Blue-eyed Hunter was given a couple of wigs for his role as an Indian in Seven Cities of Gold, as well as brown contact lenses for both this and White Feather. Perhaps it was these two (painful) experiences that led him to forgo them in King of Kings? For more palefaces being shoehorned into Native American roles, look yonder.
No post about male wigs is ever complete without the inclusion of poor Bob Wagner and his infamous Prince Valiant mop.
While basically true to the comic strip from which the movie sprang, it was the cause of much taunting and derision. Thankfully, even Wagner was able to joke about it later. (Janet Leigh's hairpiece, however, is making me hungry for some pastry!) For some oddball film hairstyles in general, check this out.

By the way, Hugh O' Brian's lady love in the photo above is young Katharine Ross, already a TV veteran but one year before The Graduate sent her careening into a full-time feature film career for a period of time. And now for the mini-bonus (and note, I said "mini!" LOL)  I assure you, I am not about to suddenly begin making this blog about me, but as I am in a theatre frame of mind at the moment and as it's the eighth anniversary of the place and I often indulge a bit to that end around this time, I will share a few moments of wiggery from my own life...
Halloween circa 1990. Serving up some Miss Joan Crawford (actually Mommie Dearest) realness. This is before I scratched below the surface to know more about the real JC.
Around 2000 or so, as the Bride of Frankenstein.
Roaring around as a Cave Man at my house. I learned pretty early on in my Halloween parties at home to wear a light costume! My first one was as Superman and the fake latex muscles in the bodysuit kept me nice and overheated the entire time!
Camping it up as Cupid. Didn't get too warm at all in this get-up! (The second time I wore this costume, during which I won a contest, I had tan lyrical sandals on.)
Did y'all know that Cupid's favorite beverage is bottled domestic?  LOL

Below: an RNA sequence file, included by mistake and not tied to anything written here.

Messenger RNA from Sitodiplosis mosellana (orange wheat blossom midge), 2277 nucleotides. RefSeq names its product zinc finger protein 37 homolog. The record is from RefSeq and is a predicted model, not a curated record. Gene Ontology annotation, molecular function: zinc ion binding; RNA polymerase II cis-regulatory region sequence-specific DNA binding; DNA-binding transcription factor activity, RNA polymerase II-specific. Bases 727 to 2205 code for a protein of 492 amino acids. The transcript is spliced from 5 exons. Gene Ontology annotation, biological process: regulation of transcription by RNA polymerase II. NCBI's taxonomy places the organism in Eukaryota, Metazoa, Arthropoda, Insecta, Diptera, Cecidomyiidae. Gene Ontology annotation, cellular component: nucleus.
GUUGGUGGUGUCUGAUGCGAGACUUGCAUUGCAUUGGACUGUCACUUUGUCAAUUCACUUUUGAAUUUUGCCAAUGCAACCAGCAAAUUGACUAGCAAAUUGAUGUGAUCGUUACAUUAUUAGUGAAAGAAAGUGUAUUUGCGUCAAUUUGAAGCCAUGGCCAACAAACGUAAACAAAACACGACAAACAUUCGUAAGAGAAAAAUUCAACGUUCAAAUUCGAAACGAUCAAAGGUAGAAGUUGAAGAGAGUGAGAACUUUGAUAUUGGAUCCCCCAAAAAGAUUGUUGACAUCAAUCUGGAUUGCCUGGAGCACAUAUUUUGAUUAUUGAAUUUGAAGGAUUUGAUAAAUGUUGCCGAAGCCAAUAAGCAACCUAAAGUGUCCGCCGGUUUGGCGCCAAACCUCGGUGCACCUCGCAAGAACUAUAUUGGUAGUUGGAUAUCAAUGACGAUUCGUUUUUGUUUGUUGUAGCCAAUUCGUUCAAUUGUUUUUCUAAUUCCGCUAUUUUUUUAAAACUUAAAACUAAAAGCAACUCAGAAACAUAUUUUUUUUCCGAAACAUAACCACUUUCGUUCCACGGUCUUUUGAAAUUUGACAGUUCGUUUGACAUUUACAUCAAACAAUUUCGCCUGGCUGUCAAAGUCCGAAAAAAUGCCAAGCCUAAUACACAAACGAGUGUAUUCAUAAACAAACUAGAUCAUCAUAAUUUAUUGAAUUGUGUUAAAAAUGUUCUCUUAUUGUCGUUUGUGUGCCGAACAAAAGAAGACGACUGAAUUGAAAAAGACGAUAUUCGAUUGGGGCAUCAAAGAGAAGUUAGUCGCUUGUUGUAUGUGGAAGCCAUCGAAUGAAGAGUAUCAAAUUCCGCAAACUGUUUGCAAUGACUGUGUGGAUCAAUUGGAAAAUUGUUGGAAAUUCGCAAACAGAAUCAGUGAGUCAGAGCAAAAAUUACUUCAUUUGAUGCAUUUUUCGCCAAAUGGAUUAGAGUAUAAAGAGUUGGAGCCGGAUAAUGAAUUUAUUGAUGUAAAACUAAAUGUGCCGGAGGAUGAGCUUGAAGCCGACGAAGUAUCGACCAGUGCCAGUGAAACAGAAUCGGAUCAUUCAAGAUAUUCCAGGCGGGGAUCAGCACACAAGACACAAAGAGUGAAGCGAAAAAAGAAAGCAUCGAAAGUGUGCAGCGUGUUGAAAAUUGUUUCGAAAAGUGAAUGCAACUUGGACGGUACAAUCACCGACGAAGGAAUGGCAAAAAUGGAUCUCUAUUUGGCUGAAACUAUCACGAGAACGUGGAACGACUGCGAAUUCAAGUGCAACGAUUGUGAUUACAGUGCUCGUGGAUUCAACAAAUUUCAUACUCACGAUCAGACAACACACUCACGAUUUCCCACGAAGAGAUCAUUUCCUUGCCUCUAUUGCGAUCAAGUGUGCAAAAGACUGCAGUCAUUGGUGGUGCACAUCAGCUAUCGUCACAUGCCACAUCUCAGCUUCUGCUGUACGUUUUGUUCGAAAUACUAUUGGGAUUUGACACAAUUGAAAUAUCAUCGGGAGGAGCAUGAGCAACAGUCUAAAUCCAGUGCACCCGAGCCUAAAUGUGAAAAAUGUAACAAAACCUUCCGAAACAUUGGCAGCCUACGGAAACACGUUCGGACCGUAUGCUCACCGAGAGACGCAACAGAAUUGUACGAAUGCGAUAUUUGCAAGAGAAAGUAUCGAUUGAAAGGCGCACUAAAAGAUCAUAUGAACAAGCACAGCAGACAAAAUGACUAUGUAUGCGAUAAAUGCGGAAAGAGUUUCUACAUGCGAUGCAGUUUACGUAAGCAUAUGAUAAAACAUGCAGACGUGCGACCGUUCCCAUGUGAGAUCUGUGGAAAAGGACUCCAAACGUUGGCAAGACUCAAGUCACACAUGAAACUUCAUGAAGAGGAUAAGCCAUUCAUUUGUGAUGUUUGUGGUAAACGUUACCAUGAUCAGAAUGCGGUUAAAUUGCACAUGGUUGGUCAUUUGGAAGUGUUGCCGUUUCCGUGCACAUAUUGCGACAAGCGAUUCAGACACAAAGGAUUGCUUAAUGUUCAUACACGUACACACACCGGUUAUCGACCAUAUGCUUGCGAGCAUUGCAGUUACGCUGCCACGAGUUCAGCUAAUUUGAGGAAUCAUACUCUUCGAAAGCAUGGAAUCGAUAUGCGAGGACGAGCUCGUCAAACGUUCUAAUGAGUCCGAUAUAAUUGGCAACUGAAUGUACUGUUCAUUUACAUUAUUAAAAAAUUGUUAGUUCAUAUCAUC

A great pal of mine and I went as Hall & Oates to a 1980s themed 40th birthday party.
Back home for another one of my infamous parties, and another abbreviated costume, as what I later jokingly referred to as "Heidi the Barbarian!" (Note the footwear again, never a strength of mine when costuming! LOL)
I have always hated my hair and for the stage I am forever fussing with it, trying to come up with just the right look. It took until 2009 (!) before I was ever allowed to let go of all that and wear a wig for a part. This was "1776," in which I was Edward Rutledge, youngest congressional delegate who gets the show-stopping song, "Molasses to Rum."
That very same year, I got to wear a wig again on-stage! This time as Pharaoh in "Joseph and the Amazing Technicolor Dreamcoat." So much fun getting to Elvis it up (and with no bothersome arms or legs to the costume! Ha ha!)
See what I mean?
Finally, I share a few more photos from "A Funny Thing Happened on the Way to the Forum."
In the moments just before Intermission.
My own locks, such as they are, arranged in what I call a Roman bust configuration. LOL
Not a wig, but it was nice to have a big, fun helmet for most of the show!
Again with the legs....!  What's a fella to do?
I just couldn't resist one last photo during the closing matinee in that stairwell. The light was ridonkulous and for the first time in recorded history my eyes didn't look like two raisins lying in bowl of butterscotch pudding.  LOL  (Friends and family accused me of using eye enhancement - whatever that is - on these pictures and I protested the opposite. For one thing, I never lie... It was solely the great light, which I wish I could carry around with me. Knots Landing never even had it so good!)
What wound up being my favorite pic, though, was this one after being run through an "Infrared" filter. This had me aching to play the Francis X. Bushman role in a silent Ben-Hur!
Thanks, everyone, for your continued support of Poseidon's Underworld as we mark our eighth and head into the beginning of the ninth year. I'm close to running out of things to talk about (obviously, if I've moved on to myself!), but not quite. More fun to come soon!

Tuesday, August 22, 2017

Please Stand By!